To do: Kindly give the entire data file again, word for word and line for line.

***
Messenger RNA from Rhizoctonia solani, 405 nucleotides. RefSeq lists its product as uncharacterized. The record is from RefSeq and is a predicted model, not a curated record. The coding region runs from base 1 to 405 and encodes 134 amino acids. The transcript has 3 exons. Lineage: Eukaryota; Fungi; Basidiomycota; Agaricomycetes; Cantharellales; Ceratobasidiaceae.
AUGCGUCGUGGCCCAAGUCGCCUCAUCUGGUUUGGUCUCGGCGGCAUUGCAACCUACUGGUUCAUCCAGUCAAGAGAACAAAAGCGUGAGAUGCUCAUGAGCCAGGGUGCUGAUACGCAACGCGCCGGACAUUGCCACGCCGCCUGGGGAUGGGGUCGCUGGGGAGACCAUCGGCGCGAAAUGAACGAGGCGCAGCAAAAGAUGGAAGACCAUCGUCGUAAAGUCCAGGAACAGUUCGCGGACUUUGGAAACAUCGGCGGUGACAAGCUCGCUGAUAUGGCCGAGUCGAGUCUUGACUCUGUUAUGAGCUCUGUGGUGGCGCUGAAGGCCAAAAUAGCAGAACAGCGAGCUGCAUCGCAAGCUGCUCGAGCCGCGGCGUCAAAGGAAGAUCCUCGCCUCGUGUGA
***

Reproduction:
Messenger RNA from Rhizoctonia solani, 405 nucleotides. RefSeq lists its product as uncharacterized. The record is from RefSeq and is a predicted model, not a curated record. The coding region runs from base 1 to 405 and encodes 134 amino acids. The transcript has 3 exons. Lineage: Eukaryota; Fungi; Basidiomycota; Agaricomycetes; Cantharellales; Ceratobasidiaceae.
AUGCGUCGUGGCCCAAGUCGCCUCAUCUGGUUUGGUCUCGGCGGCAUUGCAACCUACUGGUUCAUCCAGUCAAGAGAACAAAAGCGUGAGAUGCUCAUGAGCCAGGGUGCUGAUACGCAACGCGCCGGACAUUGCCACGCCGCCUGGGGAUGGGGUCGCUGGGGAGACCAUCGGCGCGAAAUGAACGAGGCGCAGCAAAAGAUGGAAGACCAUCGUCGUAAAGUCCAGGAACAGUUCGCGGACUUUGGAAACAUCGGCGGUGACAAGCUCGCUGAUAUGGCCGAGUCGAGUCUUGACUCUGUUAUGAGCUCUGUGGUGGCGCUGAAGGCCAAAAUAGCAGAACAGCGAGCUGCAUCGCAAGCUGCUCGAGCCGCGGCGUCAAAGGAAGAUCCUCGCCUCGUGUGA